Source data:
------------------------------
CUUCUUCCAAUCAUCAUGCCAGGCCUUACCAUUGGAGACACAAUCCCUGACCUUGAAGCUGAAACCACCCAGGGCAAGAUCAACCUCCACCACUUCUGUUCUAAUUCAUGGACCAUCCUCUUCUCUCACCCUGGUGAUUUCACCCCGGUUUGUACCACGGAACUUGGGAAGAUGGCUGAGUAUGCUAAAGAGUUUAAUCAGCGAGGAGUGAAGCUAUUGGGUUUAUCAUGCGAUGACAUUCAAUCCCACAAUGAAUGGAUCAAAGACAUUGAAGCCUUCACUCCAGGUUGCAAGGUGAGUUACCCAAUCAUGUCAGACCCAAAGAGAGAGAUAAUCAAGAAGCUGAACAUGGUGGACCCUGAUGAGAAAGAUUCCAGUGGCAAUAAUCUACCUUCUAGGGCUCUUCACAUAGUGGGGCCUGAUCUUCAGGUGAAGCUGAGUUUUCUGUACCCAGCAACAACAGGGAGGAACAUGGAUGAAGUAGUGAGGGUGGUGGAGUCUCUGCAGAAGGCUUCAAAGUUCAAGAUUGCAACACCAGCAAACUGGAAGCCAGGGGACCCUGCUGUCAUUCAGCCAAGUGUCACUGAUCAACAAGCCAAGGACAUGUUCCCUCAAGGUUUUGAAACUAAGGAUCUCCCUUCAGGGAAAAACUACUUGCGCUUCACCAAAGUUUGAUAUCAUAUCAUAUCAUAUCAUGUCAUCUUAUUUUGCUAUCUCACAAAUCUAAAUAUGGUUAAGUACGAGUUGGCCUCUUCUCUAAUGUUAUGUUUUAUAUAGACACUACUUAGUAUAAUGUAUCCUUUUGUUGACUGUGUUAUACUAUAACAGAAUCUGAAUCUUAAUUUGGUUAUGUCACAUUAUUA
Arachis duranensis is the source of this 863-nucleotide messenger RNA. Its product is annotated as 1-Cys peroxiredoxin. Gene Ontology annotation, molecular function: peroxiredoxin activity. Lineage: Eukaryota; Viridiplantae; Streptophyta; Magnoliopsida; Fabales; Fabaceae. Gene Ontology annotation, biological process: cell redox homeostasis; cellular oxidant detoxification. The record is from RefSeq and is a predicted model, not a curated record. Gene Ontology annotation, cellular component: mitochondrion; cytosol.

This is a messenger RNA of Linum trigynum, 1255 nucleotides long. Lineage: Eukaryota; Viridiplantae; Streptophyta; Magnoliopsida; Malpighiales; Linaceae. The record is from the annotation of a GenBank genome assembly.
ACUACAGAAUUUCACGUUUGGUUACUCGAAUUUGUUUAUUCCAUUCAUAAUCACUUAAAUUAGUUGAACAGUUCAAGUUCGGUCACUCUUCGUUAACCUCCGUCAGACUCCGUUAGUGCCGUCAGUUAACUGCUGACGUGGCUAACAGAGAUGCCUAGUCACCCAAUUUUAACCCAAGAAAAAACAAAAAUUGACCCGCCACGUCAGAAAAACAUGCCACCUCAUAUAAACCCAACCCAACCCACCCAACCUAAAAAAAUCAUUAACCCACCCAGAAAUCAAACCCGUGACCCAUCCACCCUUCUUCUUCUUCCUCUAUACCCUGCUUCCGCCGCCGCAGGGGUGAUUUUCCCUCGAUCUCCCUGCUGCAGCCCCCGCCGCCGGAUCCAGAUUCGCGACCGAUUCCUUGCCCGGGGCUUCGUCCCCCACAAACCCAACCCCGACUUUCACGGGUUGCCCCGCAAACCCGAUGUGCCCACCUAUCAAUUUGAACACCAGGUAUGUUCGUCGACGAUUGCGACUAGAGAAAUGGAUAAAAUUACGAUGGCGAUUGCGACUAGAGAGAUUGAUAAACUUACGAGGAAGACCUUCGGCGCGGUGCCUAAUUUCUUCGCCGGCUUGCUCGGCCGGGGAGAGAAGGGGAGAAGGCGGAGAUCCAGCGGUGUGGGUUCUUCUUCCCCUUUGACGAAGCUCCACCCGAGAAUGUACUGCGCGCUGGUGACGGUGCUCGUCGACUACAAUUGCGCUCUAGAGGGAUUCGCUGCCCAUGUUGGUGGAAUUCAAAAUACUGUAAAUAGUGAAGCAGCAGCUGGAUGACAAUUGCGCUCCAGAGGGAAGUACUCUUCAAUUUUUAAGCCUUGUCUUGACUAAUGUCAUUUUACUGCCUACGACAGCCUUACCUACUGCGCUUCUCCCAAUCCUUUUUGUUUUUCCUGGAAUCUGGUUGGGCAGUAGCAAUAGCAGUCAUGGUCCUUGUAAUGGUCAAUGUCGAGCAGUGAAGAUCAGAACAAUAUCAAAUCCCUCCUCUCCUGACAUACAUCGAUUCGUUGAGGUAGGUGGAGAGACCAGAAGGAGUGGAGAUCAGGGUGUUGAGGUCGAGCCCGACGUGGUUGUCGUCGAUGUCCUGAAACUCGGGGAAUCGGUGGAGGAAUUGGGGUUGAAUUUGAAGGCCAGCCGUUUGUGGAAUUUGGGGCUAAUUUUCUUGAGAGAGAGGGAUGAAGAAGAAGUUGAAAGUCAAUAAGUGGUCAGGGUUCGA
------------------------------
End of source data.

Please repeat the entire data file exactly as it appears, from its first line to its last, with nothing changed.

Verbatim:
CUUCUUCCAAUCAUCAUGCCAGGCCUUACCAUUGGAGACACAAUCCCUGACCUUGAAGCUGAAACCACCCAGGGCAAGAUCAACCUCCACCACUUCUGUUCUAAUUCAUGGACCAUCCUCUUCUCUCACCCUGGUGAUUUCACCCCGGUUUGUACCACGGAACUUGGGAAGAUGGCUGAGUAUGCUAAAGAGUUUAAUCAGCGAGGAGUGAAGCUAUUGGGUUUAUCAUGCGAUGACAUUCAAUCCCACAAUGAAUGGAUCAAAGACAUUGAAGCCUUCACUCCAGGUUGCAAGGUGAGUUACCCAAUCAUGUCAGACCCAAAGAGAGAGAUAAUCAAGAAGCUGAACAUGGUGGACCCUGAUGAGAAAGAUUCCAGUGGCAAUAAUCUACCUUCUAGGGCUCUUCACAUAGUGGGGCCUGAUCUUCAGGUGAAGCUGAGUUUUCUGUACCCAGCAACAACAGGGAGGAACAUGGAUGAAGUAGUGAGGGUGGUGGAGUCUCUGCAGAAGGCUUCAAAGUUCAAGAUUGCAACACCAGCAAACUGGAAGCCAGGGGACCCUGCUGUCAUUCAGCCAAGUGUCACUGAUCAACAAGCCAAGGACAUGUUCCCUCAAGGUUUUGAAACUAAGGAUCUCCCUUCAGGGAAAAACUACUUGCGCUUCACCAAAGUUUGAUAUCAUAUCAUAUCAUAUCAUGUCAUCUUAUUUUGCUAUCUCACAAAUCUAAAUAUGGUUAAGUACGAGUUGGCCUCUUCUCUAAUGUUAUGUUUUAUAUAGACACUACUUAGUAUAAUGUAUCCUUUUGUUGACUGUGUUAUACUAUAACAGAAUCUGAAUCUUAAUUUGGUUAUGUCACAUUAUUA
Arachis duranensis is the source of this 863-nucleotide messenger RNA. Its product is annotated as 1-Cys peroxiredoxin. Gene Ontology annotation, molecular function: peroxiredoxin activity. Lineage: Eukaryota; Viridiplantae; Streptophyta; Magnoliopsida; Fabales; Fabaceae. Gene Ontology annotation, biological process: cell redox homeostasis; cellular oxidant detoxification. The record is from RefSeq and is a predicted model, not a curated record. Gene Ontology annotation, cellular component: mitochondrion; cytosol.

This is a messenger RNA of Linum trigynum, 1255 nucleotides long. Lineage: Eukaryota; Viridiplantae; Streptophyta; Magnoliopsida; Malpighiales; Linaceae. The record is from the annotation of a GenBank genome assembly.
ACUACAGAAUUUCACGUUUGGUUACUCGAAUUUGUUUAUUCCAUUCAUAAUCACUUAAAUUAGUUGAACAGUUCAAGUUCGGUCACUCUUCGUUAACCUCCGUCAGACUCCGUUAGUGCCGUCAGUUAACUGCUGACGUGGCUAACAGAGAUGCCUAGUCACCCAAUUUUAACCCAAGAAAAAACAAAAAUUGACCCGCCACGUCAGAAAAACAUGCCACCUCAUAUAAACCCAACCCAACCCACCCAACCUAAAAAAAUCAUUAACCCACCCAGAAAUCAAACCCGUGACCCAUCCACCCUUCUUCUUCUUCCUCUAUACCCUGCUUCCGCCGCCGCAGGGGUGAUUUUCCCUCGAUCUCCCUGCUGCAGCCCCCGCCGCCGGAUCCAGAUUCGCGACCGAUUCCUUGCCCGGGGCUUCGUCCCCCACAAACCCAACCCCGACUUUCACGGGUUGCCCCGCAAACCCGAUGUGCCCACCUAUCAAUUUGAACACCAGGUAUGUUCGUCGACGAUUGCGACUAGAGAAAUGGAUAAAAUUACGAUGGCGAUUGCGACUAGAGAGAUUGAUAAACUUACGAGGAAGACCUUCGGCGCGGUGCCUAAUUUCUUCGCCGGCUUGCUCGGCCGGGGAGAGAAGGGGAGAAGGCGGAGAUCCAGCGGUGUGGGUUCUUCUUCCCCUUUGACGAAGCUCCACCCGAGAAUGUACUGCGCGCUGGUGACGGUGCUCGUCGACUACAAUUGCGCUCUAGAGGGAUUCGCUGCCCAUGUUGGUGGAAUUCAAAAUACUGUAAAUAGUGAAGCAGCAGCUGGAUGACAAUUGCGCUCCAGAGGGAAGUACUCUUCAAUUUUUAAGCCUUGUCUUGACUAAUGUCAUUUUACUGCCUACGACAGCCUUACCUACUGCGCUUCUCCCAAUCCUUUUUGUUUUUCCUGGAAUCUGGUUGGGCAGUAGCAAUAGCAGUCAUGGUCCUUGUAAUGGUCAAUGUCGAGCAGUGAAGAUCAGAACAAUAUCAAAUCCCUCCUCUCCUGACAUACAUCGAUUCGUUGAGGUAGGUGGAGAGACCAGAAGGAGUGGAGAUCAGGGUGUUGAGGUCGAGCCCGACGUGGUUGUCGUCGAUGUCCUGAAACUCGGGGAAUCGGUGGAGGAAUUGGGGUUGAAUUUGAAGGCCAGCCGUUUGUGGAAUUUGGGGCUAAUUUUCUUGAGAGAGAGGGAUGAAGAAGAAGUUGAAAGUCAAUAAGUGGUCAGGGUUCGA